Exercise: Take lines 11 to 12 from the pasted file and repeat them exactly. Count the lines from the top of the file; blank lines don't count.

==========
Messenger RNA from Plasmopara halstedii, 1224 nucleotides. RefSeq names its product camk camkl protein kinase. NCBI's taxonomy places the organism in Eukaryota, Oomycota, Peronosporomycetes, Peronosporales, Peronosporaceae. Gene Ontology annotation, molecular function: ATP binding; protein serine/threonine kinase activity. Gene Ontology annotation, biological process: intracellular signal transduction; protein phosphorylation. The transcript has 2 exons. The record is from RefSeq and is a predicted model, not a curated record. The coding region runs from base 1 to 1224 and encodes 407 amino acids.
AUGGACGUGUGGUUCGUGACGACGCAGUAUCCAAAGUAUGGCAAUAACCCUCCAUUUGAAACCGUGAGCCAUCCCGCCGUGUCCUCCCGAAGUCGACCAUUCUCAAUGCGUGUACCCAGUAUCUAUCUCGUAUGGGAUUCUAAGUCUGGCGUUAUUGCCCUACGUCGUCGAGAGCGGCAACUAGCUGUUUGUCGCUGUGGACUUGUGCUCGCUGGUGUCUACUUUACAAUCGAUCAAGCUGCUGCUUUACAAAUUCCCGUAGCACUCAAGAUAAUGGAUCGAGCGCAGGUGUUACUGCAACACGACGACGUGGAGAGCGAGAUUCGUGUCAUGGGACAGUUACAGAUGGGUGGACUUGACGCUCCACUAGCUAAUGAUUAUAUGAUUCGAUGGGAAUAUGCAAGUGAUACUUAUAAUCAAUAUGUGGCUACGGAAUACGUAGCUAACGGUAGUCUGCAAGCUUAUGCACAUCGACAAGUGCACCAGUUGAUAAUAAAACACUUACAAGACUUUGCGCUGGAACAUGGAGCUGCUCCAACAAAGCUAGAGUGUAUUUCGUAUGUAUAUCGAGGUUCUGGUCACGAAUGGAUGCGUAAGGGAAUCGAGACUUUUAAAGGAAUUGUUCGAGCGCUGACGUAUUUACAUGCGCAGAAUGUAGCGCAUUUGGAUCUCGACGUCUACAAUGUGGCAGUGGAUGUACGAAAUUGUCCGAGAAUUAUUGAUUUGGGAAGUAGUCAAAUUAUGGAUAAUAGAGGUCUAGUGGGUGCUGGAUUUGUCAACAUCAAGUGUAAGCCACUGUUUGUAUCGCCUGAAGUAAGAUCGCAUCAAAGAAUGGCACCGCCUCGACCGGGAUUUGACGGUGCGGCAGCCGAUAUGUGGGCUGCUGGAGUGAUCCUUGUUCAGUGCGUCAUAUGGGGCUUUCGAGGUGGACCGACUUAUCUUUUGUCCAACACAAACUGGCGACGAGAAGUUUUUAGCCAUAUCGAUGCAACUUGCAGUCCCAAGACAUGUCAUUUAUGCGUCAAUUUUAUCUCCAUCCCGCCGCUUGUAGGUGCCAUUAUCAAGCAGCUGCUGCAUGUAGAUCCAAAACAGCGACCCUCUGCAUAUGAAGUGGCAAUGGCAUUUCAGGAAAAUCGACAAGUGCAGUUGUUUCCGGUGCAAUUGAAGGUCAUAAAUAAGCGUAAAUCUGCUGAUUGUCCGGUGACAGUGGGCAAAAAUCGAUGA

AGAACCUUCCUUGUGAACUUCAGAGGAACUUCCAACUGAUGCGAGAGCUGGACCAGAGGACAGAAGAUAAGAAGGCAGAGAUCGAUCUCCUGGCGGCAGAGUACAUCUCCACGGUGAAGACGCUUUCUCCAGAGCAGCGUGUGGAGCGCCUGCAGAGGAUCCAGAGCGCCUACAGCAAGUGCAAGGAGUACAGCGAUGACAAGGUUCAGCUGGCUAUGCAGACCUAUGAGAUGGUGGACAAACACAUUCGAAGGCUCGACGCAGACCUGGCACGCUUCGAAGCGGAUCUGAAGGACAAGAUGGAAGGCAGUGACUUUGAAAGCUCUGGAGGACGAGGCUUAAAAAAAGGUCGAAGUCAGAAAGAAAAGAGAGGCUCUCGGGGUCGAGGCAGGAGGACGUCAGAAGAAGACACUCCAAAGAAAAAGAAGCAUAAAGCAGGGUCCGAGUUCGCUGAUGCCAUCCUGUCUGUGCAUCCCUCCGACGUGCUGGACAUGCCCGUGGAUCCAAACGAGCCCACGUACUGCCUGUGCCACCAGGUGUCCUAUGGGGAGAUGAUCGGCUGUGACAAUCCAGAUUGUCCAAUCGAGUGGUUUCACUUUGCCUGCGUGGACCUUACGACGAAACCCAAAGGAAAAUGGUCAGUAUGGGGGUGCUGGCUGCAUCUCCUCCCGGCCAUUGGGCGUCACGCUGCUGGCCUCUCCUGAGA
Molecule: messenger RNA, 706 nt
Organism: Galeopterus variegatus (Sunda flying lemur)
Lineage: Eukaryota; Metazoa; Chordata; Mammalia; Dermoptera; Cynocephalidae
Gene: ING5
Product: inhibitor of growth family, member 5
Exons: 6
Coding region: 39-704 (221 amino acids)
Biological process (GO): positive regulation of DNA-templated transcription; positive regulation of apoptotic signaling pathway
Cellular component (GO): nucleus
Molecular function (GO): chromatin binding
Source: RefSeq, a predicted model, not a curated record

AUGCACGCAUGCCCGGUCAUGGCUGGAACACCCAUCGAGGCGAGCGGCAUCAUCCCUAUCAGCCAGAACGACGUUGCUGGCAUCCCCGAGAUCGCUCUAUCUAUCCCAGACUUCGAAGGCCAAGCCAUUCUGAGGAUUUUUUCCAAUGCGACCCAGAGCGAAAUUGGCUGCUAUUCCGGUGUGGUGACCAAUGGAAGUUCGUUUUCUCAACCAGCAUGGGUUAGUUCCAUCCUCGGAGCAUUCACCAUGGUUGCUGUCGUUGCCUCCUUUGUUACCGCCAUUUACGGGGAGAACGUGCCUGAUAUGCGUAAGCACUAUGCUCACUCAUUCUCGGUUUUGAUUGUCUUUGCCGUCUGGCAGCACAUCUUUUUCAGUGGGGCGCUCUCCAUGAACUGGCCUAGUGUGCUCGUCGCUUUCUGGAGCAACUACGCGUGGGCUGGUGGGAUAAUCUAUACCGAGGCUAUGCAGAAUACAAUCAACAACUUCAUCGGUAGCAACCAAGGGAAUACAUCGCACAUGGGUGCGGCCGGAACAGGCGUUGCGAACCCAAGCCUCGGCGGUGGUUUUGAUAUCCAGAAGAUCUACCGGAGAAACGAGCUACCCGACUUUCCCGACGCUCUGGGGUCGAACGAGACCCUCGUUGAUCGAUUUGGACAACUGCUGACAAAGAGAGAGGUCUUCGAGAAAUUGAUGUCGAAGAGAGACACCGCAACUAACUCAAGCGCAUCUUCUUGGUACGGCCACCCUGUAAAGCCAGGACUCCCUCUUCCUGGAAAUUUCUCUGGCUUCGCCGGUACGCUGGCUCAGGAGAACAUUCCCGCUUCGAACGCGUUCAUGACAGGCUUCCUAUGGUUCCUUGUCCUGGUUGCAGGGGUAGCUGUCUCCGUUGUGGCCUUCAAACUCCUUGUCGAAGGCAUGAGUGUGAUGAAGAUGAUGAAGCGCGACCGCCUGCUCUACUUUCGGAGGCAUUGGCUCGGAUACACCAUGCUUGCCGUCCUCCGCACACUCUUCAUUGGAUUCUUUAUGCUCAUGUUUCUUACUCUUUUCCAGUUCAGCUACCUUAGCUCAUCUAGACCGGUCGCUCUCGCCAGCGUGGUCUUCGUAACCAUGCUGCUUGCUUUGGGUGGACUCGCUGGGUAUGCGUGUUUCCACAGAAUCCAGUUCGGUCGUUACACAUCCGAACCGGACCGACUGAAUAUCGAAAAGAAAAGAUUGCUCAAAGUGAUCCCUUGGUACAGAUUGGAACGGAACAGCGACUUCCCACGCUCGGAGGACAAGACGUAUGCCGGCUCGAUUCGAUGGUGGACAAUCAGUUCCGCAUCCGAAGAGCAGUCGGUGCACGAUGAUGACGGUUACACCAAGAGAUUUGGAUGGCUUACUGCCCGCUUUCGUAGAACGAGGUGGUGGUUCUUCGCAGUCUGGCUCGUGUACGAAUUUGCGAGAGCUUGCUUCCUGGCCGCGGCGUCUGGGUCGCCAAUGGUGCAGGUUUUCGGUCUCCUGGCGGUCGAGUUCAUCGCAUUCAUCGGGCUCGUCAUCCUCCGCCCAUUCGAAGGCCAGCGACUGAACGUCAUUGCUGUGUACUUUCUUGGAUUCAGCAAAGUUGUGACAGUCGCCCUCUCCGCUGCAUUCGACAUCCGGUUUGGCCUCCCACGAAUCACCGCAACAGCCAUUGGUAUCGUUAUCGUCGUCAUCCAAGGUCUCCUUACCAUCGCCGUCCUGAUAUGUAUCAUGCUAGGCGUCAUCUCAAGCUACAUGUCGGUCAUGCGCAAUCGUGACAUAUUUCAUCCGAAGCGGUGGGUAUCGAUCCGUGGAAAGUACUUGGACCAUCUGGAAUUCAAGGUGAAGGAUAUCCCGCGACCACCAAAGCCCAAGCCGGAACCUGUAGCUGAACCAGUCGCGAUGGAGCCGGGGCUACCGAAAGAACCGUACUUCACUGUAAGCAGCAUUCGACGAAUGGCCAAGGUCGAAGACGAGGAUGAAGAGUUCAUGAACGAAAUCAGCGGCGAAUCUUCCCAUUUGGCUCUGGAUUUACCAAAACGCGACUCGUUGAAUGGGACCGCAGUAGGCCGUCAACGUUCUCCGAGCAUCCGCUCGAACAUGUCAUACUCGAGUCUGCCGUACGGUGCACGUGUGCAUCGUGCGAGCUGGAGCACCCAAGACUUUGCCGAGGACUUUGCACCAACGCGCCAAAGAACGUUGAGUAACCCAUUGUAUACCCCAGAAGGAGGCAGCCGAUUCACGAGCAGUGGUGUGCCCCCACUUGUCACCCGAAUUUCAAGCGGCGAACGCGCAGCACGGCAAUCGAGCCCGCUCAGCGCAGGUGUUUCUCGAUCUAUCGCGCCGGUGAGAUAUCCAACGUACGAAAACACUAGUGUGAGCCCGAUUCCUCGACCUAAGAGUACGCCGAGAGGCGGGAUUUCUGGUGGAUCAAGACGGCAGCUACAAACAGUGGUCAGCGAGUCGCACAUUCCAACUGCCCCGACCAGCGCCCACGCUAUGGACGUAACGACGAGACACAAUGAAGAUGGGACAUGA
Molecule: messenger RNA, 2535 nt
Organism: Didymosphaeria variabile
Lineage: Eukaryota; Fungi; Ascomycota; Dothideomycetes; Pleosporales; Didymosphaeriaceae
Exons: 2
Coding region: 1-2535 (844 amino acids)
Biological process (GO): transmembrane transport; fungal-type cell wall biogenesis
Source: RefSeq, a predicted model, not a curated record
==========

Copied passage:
Biological process (GO): positive regulation of DNA-templated transcription; positive regulation of apoptotic signaling pathway
Cellular component (GO): nucleus